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We'd love to see some photos of productive Hugelkultures that are 2 years old or older.

 
Denice Moffat
Posts: 32
Location: U.S.A.
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Sepp's book has a drawing of a big/tall hugel where a woman is harvesting crops standing up but we've never been able to see a real photograph of this. Can you really build them that tall and do they really work? Could you really build a wall of them leading in and out a you-pick garden? We'd really love to do something like this. Anybody? Paul has some excellent video coverage of building them and there is a video of trees and riperian plants growing lush in another video but what about the harvestable veggies?
 
Steven Smallwood
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I would like to see some pictures of these giant beds as well.

Steven
 
Mark Anderson
Posts: 35
Location: North Olympic peninsula, WA state.
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In 1990 I was experimenting with potatoes grown in raised beds, figuring it would be easier to weed and harvest them if they were higher up. I took eight straw bales and made a rectangular bed filling the inside with soil and compost. The potatoes did really well and I had a good harvest that year. The interesting part is what happened later. The next Spring I moved away to college and didn't see the garden for two seasons. When I did get back for a visit in the Fall of 1992 I went out to where the raised bed had been and saw a mass of potato plants growing by themselves, when I investigated I saw that the soil in the middle mostly had weeds in it, the potatoes were growing out of the old straw bales I had used to make the walls of the raised bed. When I pulled the bales apart they were loaded with big healthy russets, and there was a nice deverse little ecosystem in there especially near the bottoms of the old bales. This was in Sequim, WA. which is in the rain shadow of the Olympic Mountains, summers are drought conditions for agriculture yet the old straw bales had kept the potatoes moist and healthy. After seeing the thread about huglekulture (spelling?) I'm thinking straw bales may work for that type of raised bed much easier, better, and faster than wood logs. The bales are more uniform, they hold water like sponges, they rot quickly on the inside yet with the bindings they hold their shape fairly well even after a couple of seasons. Straw bales are made from stalks that might otherwise be burned off if farmers don't have buyers interested in the bales. If buying bales is difficult, I think a person could use a sythe to cut tall field grasses and make large bundles that could be used in similar fashion. Has anyone tried using bales for the huglekulture beds? If so, I would like to know how it worked out and whether my experience was a fluke. Oh. one other thing; I'm also wondering if anyone has tried inoculating straw bales with spore to grow mushrooms?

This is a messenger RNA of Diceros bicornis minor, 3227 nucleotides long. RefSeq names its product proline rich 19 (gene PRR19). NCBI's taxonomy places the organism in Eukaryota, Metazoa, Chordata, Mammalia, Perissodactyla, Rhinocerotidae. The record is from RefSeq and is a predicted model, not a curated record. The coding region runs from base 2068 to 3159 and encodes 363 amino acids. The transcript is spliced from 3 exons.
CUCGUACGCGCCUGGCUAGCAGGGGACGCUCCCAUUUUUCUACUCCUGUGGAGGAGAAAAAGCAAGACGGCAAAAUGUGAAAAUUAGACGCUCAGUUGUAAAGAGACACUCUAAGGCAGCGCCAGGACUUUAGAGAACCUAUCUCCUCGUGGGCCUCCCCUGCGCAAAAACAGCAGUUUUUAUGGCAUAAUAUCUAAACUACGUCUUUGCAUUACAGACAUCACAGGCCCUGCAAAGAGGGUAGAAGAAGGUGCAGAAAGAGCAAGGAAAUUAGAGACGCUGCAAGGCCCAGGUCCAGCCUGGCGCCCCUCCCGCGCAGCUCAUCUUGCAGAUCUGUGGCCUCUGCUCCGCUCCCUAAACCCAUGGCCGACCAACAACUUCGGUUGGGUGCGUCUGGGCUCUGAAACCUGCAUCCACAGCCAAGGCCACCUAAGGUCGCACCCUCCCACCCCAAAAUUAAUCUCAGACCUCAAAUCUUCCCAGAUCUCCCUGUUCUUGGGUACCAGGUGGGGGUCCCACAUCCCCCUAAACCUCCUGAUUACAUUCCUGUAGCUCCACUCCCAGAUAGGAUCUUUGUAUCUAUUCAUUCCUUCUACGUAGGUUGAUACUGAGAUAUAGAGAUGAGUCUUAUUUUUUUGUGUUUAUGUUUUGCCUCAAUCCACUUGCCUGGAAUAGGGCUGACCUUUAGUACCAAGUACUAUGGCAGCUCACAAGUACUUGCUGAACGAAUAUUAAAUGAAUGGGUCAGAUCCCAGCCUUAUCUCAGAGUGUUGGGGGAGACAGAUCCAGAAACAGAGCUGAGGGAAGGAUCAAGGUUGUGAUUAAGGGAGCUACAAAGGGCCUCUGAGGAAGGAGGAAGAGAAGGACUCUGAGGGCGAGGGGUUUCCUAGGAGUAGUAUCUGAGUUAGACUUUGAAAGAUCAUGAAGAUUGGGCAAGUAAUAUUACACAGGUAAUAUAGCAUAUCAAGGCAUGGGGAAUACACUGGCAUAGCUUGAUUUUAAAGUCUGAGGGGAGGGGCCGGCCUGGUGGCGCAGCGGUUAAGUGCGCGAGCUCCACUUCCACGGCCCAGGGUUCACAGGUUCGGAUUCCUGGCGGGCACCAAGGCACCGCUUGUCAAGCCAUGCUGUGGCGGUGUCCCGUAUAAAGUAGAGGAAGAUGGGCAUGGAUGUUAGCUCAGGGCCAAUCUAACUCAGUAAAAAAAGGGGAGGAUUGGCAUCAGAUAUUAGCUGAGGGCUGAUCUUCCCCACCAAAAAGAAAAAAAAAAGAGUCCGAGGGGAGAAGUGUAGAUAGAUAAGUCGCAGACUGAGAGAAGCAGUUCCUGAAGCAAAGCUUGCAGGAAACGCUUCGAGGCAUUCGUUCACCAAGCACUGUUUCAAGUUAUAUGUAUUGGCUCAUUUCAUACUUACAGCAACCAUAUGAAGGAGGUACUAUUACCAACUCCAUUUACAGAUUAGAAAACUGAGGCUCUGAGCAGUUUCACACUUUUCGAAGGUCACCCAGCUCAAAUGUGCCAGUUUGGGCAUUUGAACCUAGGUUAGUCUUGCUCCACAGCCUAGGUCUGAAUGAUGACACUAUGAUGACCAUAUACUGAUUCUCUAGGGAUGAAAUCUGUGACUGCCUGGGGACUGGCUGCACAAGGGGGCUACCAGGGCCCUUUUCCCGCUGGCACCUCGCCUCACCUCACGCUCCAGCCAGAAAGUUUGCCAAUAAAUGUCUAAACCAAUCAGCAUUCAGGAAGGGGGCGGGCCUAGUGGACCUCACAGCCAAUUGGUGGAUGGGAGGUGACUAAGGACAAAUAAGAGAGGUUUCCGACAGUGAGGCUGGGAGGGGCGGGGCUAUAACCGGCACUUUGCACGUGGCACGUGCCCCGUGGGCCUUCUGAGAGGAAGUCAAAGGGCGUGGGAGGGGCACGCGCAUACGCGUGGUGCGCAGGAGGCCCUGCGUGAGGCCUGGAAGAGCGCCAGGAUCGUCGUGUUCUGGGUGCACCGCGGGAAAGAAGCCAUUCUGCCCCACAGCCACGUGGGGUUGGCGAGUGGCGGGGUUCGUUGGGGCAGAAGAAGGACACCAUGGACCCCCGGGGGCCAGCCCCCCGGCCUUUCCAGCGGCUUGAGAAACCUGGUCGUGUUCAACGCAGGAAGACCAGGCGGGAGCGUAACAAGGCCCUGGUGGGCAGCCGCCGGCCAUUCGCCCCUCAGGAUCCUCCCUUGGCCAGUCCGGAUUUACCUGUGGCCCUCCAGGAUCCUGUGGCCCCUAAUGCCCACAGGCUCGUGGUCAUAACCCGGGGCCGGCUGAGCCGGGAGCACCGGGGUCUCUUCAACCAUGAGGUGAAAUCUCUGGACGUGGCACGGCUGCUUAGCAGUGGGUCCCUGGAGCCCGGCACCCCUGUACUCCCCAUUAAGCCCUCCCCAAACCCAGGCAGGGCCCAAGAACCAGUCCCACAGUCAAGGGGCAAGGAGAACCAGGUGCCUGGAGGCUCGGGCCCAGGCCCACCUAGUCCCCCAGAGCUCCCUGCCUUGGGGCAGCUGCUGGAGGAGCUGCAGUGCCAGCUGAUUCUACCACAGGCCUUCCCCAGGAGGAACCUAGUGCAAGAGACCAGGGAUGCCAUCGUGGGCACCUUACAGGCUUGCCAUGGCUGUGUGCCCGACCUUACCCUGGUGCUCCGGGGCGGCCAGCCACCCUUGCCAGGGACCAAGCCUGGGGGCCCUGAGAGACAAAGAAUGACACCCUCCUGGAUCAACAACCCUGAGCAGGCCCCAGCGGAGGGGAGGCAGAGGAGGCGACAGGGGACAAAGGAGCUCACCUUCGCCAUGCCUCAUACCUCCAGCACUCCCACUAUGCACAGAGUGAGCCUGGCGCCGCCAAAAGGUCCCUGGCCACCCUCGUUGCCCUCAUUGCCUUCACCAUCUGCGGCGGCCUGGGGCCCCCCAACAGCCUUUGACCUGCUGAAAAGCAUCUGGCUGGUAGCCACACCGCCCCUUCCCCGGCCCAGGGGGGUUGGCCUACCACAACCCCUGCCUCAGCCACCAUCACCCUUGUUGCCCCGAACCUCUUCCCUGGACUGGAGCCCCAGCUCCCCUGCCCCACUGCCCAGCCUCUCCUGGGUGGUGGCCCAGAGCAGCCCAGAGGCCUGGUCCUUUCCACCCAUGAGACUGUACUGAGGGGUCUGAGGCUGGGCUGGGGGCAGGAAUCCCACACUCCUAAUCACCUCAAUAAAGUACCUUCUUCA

Jason Tomblin
Posts: 31
Location: Fraser Valley, BC Canada
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I'm going to grow Oyster mushrooms on bales of straw in the spring. I think that in the case that it's buried bales, a King Stropharia could be used as it likes straw and is soil dwelling as well. That would be a great idea to try. For innoculating the bales, I plan to get the spawn into the bales as much as possible so that it really gets in there and can colonize quick if dispersed well. It's amazing how aggressive Oysters can be.
 
Mark Anderson
Posts: 35
Location: North Olympic peninsula, WA state.
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I had a notion straw bales would be okay for some fungi; thanks for the info, I may try doing the oyster mushrooms too.
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